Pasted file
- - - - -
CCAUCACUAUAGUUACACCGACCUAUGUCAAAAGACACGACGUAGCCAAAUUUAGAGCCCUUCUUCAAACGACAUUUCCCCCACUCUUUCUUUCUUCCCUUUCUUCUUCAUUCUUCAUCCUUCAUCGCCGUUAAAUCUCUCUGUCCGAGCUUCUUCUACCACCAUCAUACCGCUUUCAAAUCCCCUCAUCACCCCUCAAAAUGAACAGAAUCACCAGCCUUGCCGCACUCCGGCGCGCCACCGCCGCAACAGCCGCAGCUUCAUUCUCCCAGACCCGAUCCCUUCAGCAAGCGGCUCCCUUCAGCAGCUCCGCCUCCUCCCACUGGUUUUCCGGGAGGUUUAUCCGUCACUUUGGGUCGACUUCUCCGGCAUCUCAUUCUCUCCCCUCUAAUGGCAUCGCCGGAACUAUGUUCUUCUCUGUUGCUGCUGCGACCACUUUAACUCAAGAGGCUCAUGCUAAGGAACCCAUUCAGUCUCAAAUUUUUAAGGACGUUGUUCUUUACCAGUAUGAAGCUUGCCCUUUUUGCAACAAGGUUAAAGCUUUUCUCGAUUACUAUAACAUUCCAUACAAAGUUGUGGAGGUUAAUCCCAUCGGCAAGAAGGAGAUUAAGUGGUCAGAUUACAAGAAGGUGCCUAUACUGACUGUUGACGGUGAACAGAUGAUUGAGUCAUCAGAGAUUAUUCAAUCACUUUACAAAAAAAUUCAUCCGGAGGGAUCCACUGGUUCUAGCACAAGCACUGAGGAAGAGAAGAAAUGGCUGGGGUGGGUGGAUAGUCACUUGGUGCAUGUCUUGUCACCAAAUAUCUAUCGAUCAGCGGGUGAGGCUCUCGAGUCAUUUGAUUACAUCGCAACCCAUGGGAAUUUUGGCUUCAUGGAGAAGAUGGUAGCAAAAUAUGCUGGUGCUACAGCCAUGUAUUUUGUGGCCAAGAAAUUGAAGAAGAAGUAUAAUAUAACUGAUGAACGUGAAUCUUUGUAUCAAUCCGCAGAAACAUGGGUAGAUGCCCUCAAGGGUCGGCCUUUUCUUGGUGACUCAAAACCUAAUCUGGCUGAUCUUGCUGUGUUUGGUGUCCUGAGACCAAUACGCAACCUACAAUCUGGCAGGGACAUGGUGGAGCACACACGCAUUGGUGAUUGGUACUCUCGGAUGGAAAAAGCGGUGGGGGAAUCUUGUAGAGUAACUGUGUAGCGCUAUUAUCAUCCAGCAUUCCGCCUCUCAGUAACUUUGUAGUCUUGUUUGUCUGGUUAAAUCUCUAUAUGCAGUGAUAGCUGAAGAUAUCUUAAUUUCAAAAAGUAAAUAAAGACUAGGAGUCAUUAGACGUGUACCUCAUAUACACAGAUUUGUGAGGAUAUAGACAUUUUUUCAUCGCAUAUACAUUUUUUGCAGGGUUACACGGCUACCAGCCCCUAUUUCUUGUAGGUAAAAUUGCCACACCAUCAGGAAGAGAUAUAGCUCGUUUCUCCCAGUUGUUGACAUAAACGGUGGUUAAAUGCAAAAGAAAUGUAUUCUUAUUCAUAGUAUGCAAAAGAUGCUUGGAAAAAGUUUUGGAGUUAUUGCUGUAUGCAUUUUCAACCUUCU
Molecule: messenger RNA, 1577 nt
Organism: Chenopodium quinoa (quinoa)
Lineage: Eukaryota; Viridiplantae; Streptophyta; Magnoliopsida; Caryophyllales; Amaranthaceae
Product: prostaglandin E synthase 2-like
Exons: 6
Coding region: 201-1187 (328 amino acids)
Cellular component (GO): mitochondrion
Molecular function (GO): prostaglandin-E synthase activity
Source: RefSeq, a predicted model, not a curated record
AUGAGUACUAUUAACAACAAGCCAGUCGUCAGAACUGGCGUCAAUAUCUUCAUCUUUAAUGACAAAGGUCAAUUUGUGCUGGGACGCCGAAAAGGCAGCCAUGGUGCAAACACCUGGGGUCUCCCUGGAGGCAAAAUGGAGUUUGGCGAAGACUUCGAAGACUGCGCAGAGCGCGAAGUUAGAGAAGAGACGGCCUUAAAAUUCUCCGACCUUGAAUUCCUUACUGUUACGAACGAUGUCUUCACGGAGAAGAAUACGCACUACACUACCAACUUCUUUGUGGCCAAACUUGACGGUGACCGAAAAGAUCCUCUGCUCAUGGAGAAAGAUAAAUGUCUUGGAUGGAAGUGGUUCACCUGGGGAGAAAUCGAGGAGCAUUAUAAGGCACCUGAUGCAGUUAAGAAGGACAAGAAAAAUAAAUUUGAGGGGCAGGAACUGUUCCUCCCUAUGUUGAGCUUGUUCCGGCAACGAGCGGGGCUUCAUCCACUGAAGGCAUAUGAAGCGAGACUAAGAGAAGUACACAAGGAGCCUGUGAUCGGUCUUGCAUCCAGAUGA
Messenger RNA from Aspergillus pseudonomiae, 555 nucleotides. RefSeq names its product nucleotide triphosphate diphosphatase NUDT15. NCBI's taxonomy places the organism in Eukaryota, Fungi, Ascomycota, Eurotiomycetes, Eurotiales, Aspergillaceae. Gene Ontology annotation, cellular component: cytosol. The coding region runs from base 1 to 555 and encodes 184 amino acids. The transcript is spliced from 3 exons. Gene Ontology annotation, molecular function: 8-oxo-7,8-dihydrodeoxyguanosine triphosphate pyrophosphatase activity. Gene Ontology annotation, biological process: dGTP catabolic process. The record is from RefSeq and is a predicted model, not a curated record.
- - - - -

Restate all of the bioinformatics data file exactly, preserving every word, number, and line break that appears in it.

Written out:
CCAUCACUAUAGUUACACCGACCUAUGUCAAAAGACACGACGUAGCCAAAUUUAGAGCCCUUCUUCAAACGACAUUUCCCCCACUCUUUCUUUCUUCCCUUUCUUCUUCAUUCUUCAUCCUUCAUCGCCGUUAAAUCUCUCUGUCCGAGCUUCUUCUACCACCAUCAUACCGCUUUCAAAUCCCCUCAUCACCCCUCAAAAUGAACAGAAUCACCAGCCUUGCCGCACUCCGGCGCGCCACCGCCGCAACAGCCGCAGCUUCAUUCUCCCAGACCCGAUCCCUUCAGCAAGCGGCUCCCUUCAGCAGCUCCGCCUCCUCCCACUGGUUUUCCGGGAGGUUUAUCCGUCACUUUGGGUCGACUUCUCCGGCAUCUCAUUCUCUCCCCUCUAAUGGCAUCGCCGGAACUAUGUUCUUCUCUGUUGCUGCUGCGACCACUUUAACUCAAGAGGCUCAUGCUAAGGAACCCAUUCAGUCUCAAAUUUUUAAGGACGUUGUUCUUUACCAGUAUGAAGCUUGCCCUUUUUGCAACAAGGUUAAAGCUUUUCUCGAUUACUAUAACAUUCCAUACAAAGUUGUGGAGGUUAAUCCCAUCGGCAAGAAGGAGAUUAAGUGGUCAGAUUACAAGAAGGUGCCUAUACUGACUGUUGACGGUGAACAGAUGAUUGAGUCAUCAGAGAUUAUUCAAUCACUUUACAAAAAAAUUCAUCCGGAGGGAUCCACUGGUUCUAGCACAAGCACUGAGGAAGAGAAGAAAUGGCUGGGGUGGGUGGAUAGUCACUUGGUGCAUGUCUUGUCACCAAAUAUCUAUCGAUCAGCGGGUGAGGCUCUCGAGUCAUUUGAUUACAUCGCAACCCAUGGGAAUUUUGGCUUCAUGGAGAAGAUGGUAGCAAAAUAUGCUGGUGCUACAGCCAUGUAUUUUGUGGCCAAGAAAUUGAAGAAGAAGUAUAAUAUAACUGAUGAACGUGAAUCUUUGUAUCAAUCCGCAGAAACAUGGGUAGAUGCCCUCAAGGGUCGGCCUUUUCUUGGUGACUCAAAACCUAAUCUGGCUGAUCUUGCUGUGUUUGGUGUCCUGAGACCAAUACGCAACCUACAAUCUGGCAGGGACAUGGUGGAGCACACACGCAUUGGUGAUUGGUACUCUCGGAUGGAAAAAGCGGUGGGGGAAUCUUGUAGAGUAACUGUGUAGCGCUAUUAUCAUCCAGCAUUCCGCCUCUCAGUAACUUUGUAGUCUUGUUUGUCUGGUUAAAUCUCUAUAUGCAGUGAUAGCUGAAGAUAUCUUAAUUUCAAAAAGUAAAUAAAGACUAGGAGUCAUUAGACGUGUACCUCAUAUACACAGAUUUGUGAGGAUAUAGACAUUUUUUCAUCGCAUAUACAUUUUUUGCAGGGUUACACGGCUACCAGCCCCUAUUUCUUGUAGGUAAAAUUGCCACACCAUCAGGAAGAGAUAUAGCUCGUUUCUCCCAGUUGUUGACAUAAACGGUGGUUAAAUGCAAAAGAAAUGUAUUCUUAUUCAUAGUAUGCAAAAGAUGCUUGGAAAAAGUUUUGGAGUUAUUGCUGUAUGCAUUUUCAACCUUCU
Molecule: messenger RNA, 1577 nt
Organism: Chenopodium quinoa (quinoa)
Lineage: Eukaryota; Viridiplantae; Streptophyta; Magnoliopsida; Caryophyllales; Amaranthaceae
Product: prostaglandin E synthase 2-like
Exons: 6
Coding region: 201-1187 (328 amino acids)
Cellular component (GO): mitochondrion
Molecular function (GO): prostaglandin-E synthase activity
Source: RefSeq, a predicted model, not a curated record
AUGAGUACUAUUAACAACAAGCCAGUCGUCAGAACUGGCGUCAAUAUCUUCAUCUUUAAUGACAAAGGUCAAUUUGUGCUGGGACGCCGAAAAGGCAGCCAUGGUGCAAACACCUGGGGUCUCCCUGGAGGCAAAAUGGAGUUUGGCGAAGACUUCGAAGACUGCGCAGAGCGCGAAGUUAGAGAAGAGACGGCCUUAAAAUUCUCCGACCUUGAAUUCCUUACUGUUACGAACGAUGUCUUCACGGAGAAGAAUACGCACUACACUACCAACUUCUUUGUGGCCAAACUUGACGGUGACCGAAAAGAUCCUCUGCUCAUGGAGAAAGAUAAAUGUCUUGGAUGGAAGUGGUUCACCUGGGGAGAAAUCGAGGAGCAUUAUAAGGCACCUGAUGCAGUUAAGAAGGACAAGAAAAAUAAAUUUGAGGGGCAGGAACUGUUCCUCCCUAUGUUGAGCUUGUUCCGGCAACGAGCGGGGCUUCAUCCACUGAAGGCAUAUGAAGCGAGACUAAGAGAAGUACACAAGGAGCCUGUGAUCGGUCUUGCAUCCAGAUGA
Messenger RNA from Aspergillus pseudonomiae, 555 nucleotides. RefSeq names its product nucleotide triphosphate diphosphatase NUDT15. NCBI's taxonomy places the organism in Eukaryota, Fungi, Ascomycota, Eurotiomycetes, Eurotiales, Aspergillaceae. Gene Ontology annotation, cellular component: cytosol. The coding region runs from base 1 to 555 and encodes 184 amino acids. The transcript is spliced from 3 exons. Gene Ontology annotation, molecular function: 8-oxo-7,8-dihydrodeoxyguanosine triphosphate pyrophosphatase activity. Gene Ontology annotation, biological process: dGTP catabolic process. The record is from RefSeq and is a predicted model, not a curated record.